Spinners hope to exploit cracks
Ravindra Jadeja has always been fervent in his appeals, and his enthusiasm often gets the better of him while taking a DRS call, many of which have led to wasted chances in the past. Saturday was different.
With a target of 395, South Africa’s first innings centurion Dean Elgar had started cautiously. He knew Virat Kohli would let loose his spinners on the Proteas after the hosts had declared on 323/4. Yet there was little he could do when, in the fourth over, a Jadeja delivery stayed low and skidded onto his pads. The umpire believed it had brushed off the bat before hitting the pads, but Jadeja was convinced otherwise. Kohli took a long time to agree with the spinner to go for a review, but when he did, it ended in cheers.
And just like that India had scalped South Africa’s top-scorer in the first innings to leave a dent in their hope of saving the match. At 11/1 at stumps on Day 4, the Proteas need 384 more to win, and a day of gritty spin bowling to look forward to on a pitch where the ball is staying erratically low.
For India, it was the perfect end to a day when they saw their newly promoted opener Rohit Sharma (127, 149 balls) score his second ton of the match and No. 3 Cheteshwar Pujara (81, 148 balls) shifting gears at the right moment to take the hosts to a commanding position.
“I think there is enough rough for the spinners and the cracks will open up bit more on Day 5,” Pujara said at the end of the day’s play.
“The cracks will help the fast bowlers and we have seen that the pitch has got variable bounce. Like the variable bounce for Jaddu in that delivery against Elgar, I think the ball hit the crack and kept a little low. So if there is variable bounce I think the spinners will enjoy hitting the ball on the cracks.”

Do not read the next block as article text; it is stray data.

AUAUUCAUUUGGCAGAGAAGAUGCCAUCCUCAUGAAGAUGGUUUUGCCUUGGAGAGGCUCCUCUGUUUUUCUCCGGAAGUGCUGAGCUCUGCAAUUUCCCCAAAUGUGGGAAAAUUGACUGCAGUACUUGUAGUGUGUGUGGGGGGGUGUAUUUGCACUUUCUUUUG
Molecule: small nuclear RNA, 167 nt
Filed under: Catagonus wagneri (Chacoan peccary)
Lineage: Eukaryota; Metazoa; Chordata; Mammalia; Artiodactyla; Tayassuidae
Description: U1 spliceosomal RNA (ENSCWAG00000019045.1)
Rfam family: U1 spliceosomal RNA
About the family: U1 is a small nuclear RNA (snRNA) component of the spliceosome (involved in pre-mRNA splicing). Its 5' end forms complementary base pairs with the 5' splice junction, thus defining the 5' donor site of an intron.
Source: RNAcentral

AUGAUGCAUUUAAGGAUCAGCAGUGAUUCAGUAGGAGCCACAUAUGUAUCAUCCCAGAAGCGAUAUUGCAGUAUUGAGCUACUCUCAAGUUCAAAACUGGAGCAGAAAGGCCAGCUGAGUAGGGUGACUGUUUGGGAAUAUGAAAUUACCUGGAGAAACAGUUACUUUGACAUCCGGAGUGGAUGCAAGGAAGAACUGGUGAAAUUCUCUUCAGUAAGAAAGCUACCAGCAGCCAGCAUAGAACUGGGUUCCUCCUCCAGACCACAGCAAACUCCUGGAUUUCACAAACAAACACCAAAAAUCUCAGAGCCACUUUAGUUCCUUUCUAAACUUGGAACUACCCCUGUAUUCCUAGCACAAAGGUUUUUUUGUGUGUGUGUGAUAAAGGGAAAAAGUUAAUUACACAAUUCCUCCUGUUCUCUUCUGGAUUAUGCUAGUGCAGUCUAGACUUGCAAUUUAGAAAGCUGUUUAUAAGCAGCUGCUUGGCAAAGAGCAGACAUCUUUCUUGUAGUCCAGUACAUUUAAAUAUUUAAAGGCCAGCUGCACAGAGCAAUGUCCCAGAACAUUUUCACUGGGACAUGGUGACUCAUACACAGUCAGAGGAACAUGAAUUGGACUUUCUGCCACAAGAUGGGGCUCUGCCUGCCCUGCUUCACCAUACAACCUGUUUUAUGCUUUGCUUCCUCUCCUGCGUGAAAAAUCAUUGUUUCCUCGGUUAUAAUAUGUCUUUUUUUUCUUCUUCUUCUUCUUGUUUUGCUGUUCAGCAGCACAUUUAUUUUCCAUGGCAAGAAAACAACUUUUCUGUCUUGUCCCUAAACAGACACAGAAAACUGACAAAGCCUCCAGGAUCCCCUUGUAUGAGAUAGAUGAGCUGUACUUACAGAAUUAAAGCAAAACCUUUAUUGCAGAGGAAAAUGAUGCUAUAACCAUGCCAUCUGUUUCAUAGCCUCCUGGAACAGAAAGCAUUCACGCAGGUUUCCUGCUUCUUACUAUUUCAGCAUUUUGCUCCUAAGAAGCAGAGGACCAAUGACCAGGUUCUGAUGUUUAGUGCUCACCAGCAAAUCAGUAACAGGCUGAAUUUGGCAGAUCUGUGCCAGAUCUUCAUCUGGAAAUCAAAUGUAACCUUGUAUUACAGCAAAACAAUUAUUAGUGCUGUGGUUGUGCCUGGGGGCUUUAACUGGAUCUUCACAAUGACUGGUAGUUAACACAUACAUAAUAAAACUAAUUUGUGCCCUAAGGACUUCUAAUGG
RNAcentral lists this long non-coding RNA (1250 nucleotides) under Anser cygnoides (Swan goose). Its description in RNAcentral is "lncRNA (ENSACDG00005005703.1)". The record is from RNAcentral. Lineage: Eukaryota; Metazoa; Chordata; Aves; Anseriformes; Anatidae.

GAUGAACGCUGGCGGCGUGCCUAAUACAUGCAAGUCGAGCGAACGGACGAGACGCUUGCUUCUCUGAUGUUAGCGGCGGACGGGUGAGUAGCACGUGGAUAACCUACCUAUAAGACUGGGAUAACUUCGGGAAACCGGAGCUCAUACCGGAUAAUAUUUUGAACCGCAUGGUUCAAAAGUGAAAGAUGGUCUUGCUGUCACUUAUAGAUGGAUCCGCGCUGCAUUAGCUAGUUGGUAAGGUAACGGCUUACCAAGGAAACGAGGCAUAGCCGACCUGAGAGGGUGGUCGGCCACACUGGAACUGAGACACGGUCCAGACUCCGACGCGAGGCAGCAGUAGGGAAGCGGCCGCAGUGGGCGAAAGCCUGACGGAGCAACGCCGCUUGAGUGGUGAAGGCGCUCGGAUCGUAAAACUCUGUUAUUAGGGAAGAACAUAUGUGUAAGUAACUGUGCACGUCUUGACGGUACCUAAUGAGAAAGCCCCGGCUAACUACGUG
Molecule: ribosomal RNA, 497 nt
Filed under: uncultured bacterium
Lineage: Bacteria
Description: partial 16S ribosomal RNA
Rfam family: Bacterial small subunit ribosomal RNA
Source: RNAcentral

The day started with the last three South African batsmen batting for close to an hour. They put on 46 and reduced India’s lead to 71 runs. With a possibility of rain and a SA batting that fought doggedly in first innings, the Indian team management knew that they had to give their bowlers the maximum time to pick 10 wickets.
So, Sharma started with the right intent from the word go and hit seven sixes en route to the three-figure mark. But at the other end, while Mayank Agarwal fell cheaply off Keshav Maharaj, No. 3 Pujara took a long time to settle. He scored his first runs off the 20th ball and by the 62nd ball had only put on 8 runs.
It is typical of Pujara to take his time to get into rhythm but the need of the hour was different. A message from the dressing room post lunch did wonders. Kuldeep Yadav ran in and seemed to tell him about the captain’s instruction to charge the bowlers.
Suddenly Pujara was in a different avatar. If Sharma preferred the aerial route, Pujara was all about finding the gaps. After a rather off-colour tour of the West Indies, this was the innings that Pujara needed to come into his own. From 8 off 62 balls, he reached 50 off 106 balls. At one point he matched Sharma’s pace.
Pujara’s was not a chanceless knock though as he was dropped twice off Piedt—first by Aiden Markram at short leg and then by wicketkeeper Quinton de Kock.
The hosts were not complaining. From 35/1 at lunch, the duo added 140 runs in the second session and India’s lead swelled.